Exciting new gardens for 2012
Highlights of the Show gardens and Show features at the 2012 Hampton Court Palace Flower Show
There are some exciting gardens coming to the Hampton Court Palace Flower Show sponsored by Ecover. Here’s our rundown of the fantastic Show gardens and Show features.
The Badger Beer Garden designed by Flemonds Warland Design
Take a gentle stroll through the Dorset countryside, with a chance to sample Badger’s locally brewed ales. The garden’s contemporary design is inspired by the landscape, heritage and local flora surrounding the brewery in Blandford St Mary, Dorset and uses beer bottles in unique and beautiful ways. It is the first garden in the show’s history to be sponsored by a brewery and hopes to bring a taste of the countryside to London.
The two contrasting halves of this garden draw inspiration from the arts and literary heritage of Victorian Bournemouth’s most famous residents. The dark side’s subtropical design reflects the Gothic works of Mary Shelley and Robert Louis Stevenson, while the drift-like planting of the lighter side brings to mind the Art Nouveau works of Aubrey Beardsley.
This is a contemporary, Italian-inspired garden with both formal and informal planting. A calming atmosphere of tranquillity, the garden will provide a subtle place for relaxation and contemplation. It will also feature elements of balanced geometry, which will be represented by hornbeams and sculptures.
This garden takes visitors on a journey, lifting them out of the despair that adults with Overactive Bladder (OAB) can experience. The garden’s whirlpool water feature symbolises a distressing and unpredictable need to relieve the bladder, which can lead people with OAB to feel isolated, depressed and alone. Drawing the eye upwards out of the mire, a tree-lined bridge offers the pathway to freedom, allowing people with OAB to live life the way they choose.
Tony Smith takes inspiration for his garden from pharmaceutical companies patenting the compounds they have synthesized from rainforest plants. The natural green of the plants contrasts with the unnatural green and red of the test tubes. The white orchids are tainted by the green and red light representing man's interference with nature.
Contemporary Contemplation designed by OneAbode
This contemporary and stylish garden features structural planting with a graphic formation of spectacular, white-flowering agapanthus. Ferns drift whimsically through a bold geometric layout of Buxus topiary. Floating metal steps lead to a single seat nestled within the planting, with a backdrop of striking silver birch trees. This provides the perfect spot for quiet contemplation.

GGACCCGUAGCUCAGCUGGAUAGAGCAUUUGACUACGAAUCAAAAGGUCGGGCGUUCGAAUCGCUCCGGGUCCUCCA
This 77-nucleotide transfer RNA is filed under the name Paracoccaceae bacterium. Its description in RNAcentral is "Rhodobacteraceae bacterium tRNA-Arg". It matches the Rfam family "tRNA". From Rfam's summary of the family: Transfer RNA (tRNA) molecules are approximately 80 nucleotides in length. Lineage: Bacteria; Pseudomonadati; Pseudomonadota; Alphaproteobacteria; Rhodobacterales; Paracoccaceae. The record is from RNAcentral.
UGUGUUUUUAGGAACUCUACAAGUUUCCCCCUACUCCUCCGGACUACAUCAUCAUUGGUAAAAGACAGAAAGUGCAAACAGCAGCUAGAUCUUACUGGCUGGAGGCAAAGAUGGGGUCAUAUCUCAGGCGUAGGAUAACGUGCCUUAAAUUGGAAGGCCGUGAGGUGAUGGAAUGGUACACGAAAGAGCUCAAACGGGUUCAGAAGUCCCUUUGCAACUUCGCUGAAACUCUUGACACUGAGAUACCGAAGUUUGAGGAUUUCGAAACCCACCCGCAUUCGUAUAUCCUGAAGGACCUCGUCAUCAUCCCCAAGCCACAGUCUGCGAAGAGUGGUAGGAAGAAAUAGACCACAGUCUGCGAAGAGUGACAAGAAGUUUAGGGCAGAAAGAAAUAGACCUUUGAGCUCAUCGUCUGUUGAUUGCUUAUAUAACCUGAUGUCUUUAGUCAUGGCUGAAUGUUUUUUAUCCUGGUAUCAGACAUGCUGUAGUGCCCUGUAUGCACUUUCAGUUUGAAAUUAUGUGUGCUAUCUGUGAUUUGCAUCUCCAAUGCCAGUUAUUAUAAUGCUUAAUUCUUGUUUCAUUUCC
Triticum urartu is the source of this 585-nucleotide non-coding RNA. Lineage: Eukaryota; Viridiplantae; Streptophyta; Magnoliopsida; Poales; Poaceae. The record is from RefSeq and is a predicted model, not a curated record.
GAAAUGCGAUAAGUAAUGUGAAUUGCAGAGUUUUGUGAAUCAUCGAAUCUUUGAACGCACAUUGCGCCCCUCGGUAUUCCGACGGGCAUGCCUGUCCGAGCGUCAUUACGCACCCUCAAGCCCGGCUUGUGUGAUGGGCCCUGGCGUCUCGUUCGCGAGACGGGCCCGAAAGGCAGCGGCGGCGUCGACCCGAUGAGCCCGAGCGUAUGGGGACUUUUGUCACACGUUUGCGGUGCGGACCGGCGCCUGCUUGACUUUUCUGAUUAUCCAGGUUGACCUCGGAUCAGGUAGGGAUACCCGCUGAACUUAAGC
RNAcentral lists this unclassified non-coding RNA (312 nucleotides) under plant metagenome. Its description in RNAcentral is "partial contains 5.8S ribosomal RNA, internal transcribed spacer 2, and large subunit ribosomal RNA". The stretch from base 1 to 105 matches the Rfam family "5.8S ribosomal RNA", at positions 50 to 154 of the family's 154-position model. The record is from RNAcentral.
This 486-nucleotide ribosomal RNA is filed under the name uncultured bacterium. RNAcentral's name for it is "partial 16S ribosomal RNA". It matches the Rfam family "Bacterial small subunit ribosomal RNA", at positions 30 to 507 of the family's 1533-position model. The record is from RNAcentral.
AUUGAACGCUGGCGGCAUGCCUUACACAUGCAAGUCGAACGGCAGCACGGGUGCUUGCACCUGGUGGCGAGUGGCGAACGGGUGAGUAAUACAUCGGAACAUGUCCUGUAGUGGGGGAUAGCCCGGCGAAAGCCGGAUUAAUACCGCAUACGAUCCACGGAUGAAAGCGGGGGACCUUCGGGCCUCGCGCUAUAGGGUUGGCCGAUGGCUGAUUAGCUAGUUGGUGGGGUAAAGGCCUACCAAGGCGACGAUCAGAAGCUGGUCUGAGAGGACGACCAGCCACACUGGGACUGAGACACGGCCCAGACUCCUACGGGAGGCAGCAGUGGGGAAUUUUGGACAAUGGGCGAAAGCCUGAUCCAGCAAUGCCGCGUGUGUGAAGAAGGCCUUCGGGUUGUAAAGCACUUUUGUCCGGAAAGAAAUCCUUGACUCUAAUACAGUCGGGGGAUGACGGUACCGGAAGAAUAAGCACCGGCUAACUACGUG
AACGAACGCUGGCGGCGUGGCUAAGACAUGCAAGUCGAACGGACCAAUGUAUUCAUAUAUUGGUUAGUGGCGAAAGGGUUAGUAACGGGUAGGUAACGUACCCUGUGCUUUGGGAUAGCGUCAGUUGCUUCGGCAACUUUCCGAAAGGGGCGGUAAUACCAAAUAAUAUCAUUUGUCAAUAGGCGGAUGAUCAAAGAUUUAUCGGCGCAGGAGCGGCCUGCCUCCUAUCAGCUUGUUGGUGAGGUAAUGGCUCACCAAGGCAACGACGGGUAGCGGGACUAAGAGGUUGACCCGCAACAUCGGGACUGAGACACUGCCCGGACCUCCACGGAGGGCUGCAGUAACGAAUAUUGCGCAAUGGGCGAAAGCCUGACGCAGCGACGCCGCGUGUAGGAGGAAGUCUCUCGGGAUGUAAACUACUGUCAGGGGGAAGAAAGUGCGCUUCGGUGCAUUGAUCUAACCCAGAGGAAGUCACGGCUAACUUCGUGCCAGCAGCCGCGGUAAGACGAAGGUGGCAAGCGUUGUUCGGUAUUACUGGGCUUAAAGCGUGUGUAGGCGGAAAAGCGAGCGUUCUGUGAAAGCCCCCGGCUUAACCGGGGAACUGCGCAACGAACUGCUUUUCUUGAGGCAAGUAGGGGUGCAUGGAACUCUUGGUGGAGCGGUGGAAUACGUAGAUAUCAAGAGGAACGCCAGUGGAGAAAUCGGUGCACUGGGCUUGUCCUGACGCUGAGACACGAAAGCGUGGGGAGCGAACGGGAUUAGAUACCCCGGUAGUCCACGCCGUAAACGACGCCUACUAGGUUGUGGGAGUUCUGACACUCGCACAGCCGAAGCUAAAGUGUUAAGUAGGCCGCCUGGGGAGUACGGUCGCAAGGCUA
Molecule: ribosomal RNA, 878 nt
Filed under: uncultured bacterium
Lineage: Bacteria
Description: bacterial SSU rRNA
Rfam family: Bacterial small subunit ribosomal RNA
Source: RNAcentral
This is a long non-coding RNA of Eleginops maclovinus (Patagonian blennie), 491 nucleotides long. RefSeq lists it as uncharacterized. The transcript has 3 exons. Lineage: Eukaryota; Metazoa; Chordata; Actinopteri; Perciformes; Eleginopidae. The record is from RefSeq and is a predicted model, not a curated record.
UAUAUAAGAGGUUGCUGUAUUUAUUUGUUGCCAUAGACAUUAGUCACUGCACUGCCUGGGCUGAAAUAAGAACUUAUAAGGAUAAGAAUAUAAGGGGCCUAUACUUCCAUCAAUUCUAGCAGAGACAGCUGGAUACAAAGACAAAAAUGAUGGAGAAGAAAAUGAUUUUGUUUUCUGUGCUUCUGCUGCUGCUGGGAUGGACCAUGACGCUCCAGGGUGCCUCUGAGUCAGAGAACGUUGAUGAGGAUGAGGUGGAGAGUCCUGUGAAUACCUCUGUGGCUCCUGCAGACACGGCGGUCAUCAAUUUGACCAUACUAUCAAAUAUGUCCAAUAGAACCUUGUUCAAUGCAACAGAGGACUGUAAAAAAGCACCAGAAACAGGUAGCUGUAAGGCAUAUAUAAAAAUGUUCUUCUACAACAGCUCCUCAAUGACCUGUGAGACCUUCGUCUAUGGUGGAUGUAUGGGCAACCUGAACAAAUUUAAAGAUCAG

Old & New designed by Imogen Cox Associates
This garden combines contemporary garden design with traditional plants and materials. A living wall has been planted with cottage garden favourites and formal topiary hedges are informally shaped. Structural elements are softened by rivers of undulating planting, and a meandering grass path provides a slower route to the top of the garden.
Ecover’s Fantastic Plant-astic designed by Tony Smith
Ecover’s feature takes its inspiration from the firm’s new packaging, Plant-astic, made entirely from sugarcane. Celebrating the way in which this supports Ecover’s sustainable mission, the feature simulates sugarcane as well as highlighting key points in the Plant-astic process including the final granules that become packaging. Ecover is not limiting the homage of Plant-astic to just its garden: visitors will also see throughout the show trees adorned with bottles that aim to raise awareness of the positive impact that this green plastic has on the world.
Groundwork, The Urban Oasis designed by Chris Beardshaw
The RHS and Groundwork have come together to stage a series of features at RHS Flower Shows in 2012. At Hampton Court a whole range of transformed landscapes are brought together in one place. Parts of the feature will be recreated after the show at Groundwork projects around the country. This garden feature showcases many ways to use spare pockets of land within dense housing in our towns and cities.
The Edible Bus Stop, Riot of Colour designed by Will Sandy
Riot of Colour was inspired as a result of the UK riots of last summer. Its aim is to illustrate the benefits of green space and the idea of reclaiming forgotten and neglected spaces for the benefit of the local community. The installation represents a section of an urban street, including a planted red telephone box, a planted London taxicab, a double yellow line that becomes 3D to form a bench with a tree growing through the lines, and a green wall as the backdrop.
Milestone Academy, Work, Rest and Play, designed by Linda Fairman
This will demonstrate that outdoor spaces can be enjoyed by everyone with a disability. Visitors will be able to experience enjoyment and fun from the interactive theatres, relaxation and learning about wildlife. The garden also provides a place to learn a wide range of basic gardening skills by regularl garden maintenance.
The BBKA and Bumblebee Conservation, The Bee House and Garden, designed by Chris Myers
Honey bees and bumblebees will be the stars of this feature, and there will also be an indoor area including displays and activities from both the British Bee Keeping Association(BBKA) and the Bumblebee Conservation Trust. There will be live honey bee demonstrations in the garden and a live bumblebee display indoors throughout the show.